Every year on Women's Day, companies all around the country celebrate their female employees. There are flowers and chocolates sent out to every girl in the office, they are admired for being valuable, efficient employees. The important question here is, is this just a facade? Are the women in the company only being celebrated for one day, while they are being discriminated against for the rest of the year?
In the corporate sector, all employees have to fulfill certain criteria before they can join the company, and this includes educational degrees. One would think that well-educated people would know better than to harass their co-workers, but sadly sexual harassment continues to occur in offices around the world. In a survey conducted in India among over 6000 participants in 2016, it was found that 38% of the women had been sexually harassed by their coworkers. 70% of the victims did not report the incidents, and of those who had reported it, 65% saw that the company didn't follow the legal procedure of dealing with the complaints. It goes without saying that the scenario is not much different, if not worse, in Bangladesh. There is little to no data available on sexual harassment in the country's corporate sector, which is alarming. It's highly likely that Bangladeshi women do not feel safe about complaining about these incidents, and so none of us know what the scenario is really like.
Defining sexual harassment
1. Unwelcome physical touch/contact
If your coworker touches any part of your body inappropriately, or gropes you, it is a very obvious form of harassment.
2. Verbal derogatory remarks
There a lot of blurred lines when it comes to defining verbal harassment, because it may not always be direct. In one case that I have heard about a woman who went for an interview at a bank, she said that, “On my first day at work, I noticed one of the male employees checking me out, and soon afterwards another guy joined him. They were very obviously talking about me and making comments about my appearance. This made me very uncomfortable, and I chose not to work at that place then and there.” Any sort of comments on your appearance, and inappropriate sexual humour is considered harassment, regardless of whether it was direct or indirect. If someone persistently pursues you in the office for romantic relationships, or teases you, that is also sexual harassment.
3. Non-verbal gestures
If a coworker sends you inappropriate messages/e-mails, or even sends unwarranted gifts just to get your attention, it qualifies as harassment.
Often times, the victim does not realise that she is being harassed, or the harasser does not know that he is being inappropriate. Addressing female colleagues with pet names like “honey” or “baby” or treating them any differently than how one would treat their male colleagues is absolutely prohibited. As we all saw recently as more women spoke up about sexual misconduct in Hollywood, men in positions of power often force their female subordinates to engage in unethical sexual conduct. Your boss cannot withhold promotions or work opportunities from you on immoral grounds.
What companies should do to prevent this
I talked to an HR professional working in a multinational company in Bangladesh, and she mentioned that her organisation has a strict compliance code in place. “The company has educated every single one of its employees on what sort of behaviour is considered harassment, and what punishment is in place if anyone is found guilty of such behaviour. Usually, whenever a sexual harassment complaint is filed, the HR and compliance departments conduct a thorough investigation. The victim is given full anonymity if she desires. If an employee is found guilty, he can be put in probation, or even be suspended, given the severity of the crime. For example, indirect verbal harassment may result in temporary probation, but groping or direct sexual harassment will definitely get the harasser suspended.” Every company, regardless of its size, is required by law to have a mechanism in place that prevents sexual harassment in the workplace.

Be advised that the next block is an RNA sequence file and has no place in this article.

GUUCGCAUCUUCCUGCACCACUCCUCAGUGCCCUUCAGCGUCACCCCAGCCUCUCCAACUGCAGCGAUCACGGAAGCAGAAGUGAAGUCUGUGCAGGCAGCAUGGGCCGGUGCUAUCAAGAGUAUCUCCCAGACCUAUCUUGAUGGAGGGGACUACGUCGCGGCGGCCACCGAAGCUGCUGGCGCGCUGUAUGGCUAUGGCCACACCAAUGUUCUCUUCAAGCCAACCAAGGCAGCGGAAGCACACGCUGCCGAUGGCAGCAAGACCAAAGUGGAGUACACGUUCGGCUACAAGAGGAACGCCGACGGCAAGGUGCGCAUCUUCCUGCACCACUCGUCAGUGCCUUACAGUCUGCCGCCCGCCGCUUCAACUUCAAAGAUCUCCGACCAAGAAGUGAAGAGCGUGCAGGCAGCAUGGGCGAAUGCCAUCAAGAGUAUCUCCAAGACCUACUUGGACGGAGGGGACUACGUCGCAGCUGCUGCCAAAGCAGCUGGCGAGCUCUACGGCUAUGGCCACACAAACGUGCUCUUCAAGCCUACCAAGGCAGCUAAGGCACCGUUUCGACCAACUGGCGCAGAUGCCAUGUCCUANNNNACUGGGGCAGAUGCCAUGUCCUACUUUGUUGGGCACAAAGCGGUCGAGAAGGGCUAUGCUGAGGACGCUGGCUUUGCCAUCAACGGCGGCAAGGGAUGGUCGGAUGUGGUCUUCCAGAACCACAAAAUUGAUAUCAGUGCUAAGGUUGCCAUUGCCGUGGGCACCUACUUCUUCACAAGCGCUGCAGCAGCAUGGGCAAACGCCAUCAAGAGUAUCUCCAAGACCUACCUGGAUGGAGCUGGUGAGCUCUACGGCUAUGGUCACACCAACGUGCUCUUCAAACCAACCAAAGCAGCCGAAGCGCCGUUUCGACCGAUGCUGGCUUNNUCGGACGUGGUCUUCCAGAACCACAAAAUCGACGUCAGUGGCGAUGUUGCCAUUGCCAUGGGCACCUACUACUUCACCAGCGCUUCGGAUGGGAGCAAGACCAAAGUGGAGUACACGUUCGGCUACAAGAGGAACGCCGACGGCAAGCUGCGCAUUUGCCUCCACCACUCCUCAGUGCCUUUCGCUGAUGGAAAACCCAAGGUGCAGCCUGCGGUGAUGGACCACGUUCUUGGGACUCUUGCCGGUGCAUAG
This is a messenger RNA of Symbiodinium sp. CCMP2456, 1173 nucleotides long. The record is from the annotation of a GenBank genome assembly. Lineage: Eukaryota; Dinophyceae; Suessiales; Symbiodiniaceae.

If your company does not have an HR department, you should directly take it up to the boss. If your boss does not cooperate, or if he is the one that you want to complain against, seek legal help. Contact Bangladesh Mahila Parishad or Ain o Salish Kendra, and they will provide you necessary legal counsel. You can sue for invasion to dignitary interest, and for loss of reputation. Sexual harassment causes severe physical and mental damages for the victims, and creates an unsafe work environment. This is reason enough for your employer to face tortious liabilities in a court of law.
In British American Tobacco Bangladesh (BATB) Company Ltd v. Begum Shamsun Nahar (66 DLR (AD) 80), the court found that the victim had been sexually harassed, and the company had not taken any initiative to help her once they received her complaints. Rather they had fired her. Thus the court ruled in the plaintiff's favour. Since this incident, BATB has made notable reforms in their employee code of conduct, and today it is one of the most gender-balanced companies in the country.
Let this case be a lesson to all corporate offices in the country, because they cannot get away with discrimination against their female employees. As for the women working in the corporate sector, do not feel hesitant to file complaints against anyone who has harassed you or someone you know. Do not be afraid to raise your voice against predators, because Bangladeshi law is on your side.
Writer is the sub-editor of Next Step, and a senior at IBA, DU. Reach her at firstname.lastname@example.org.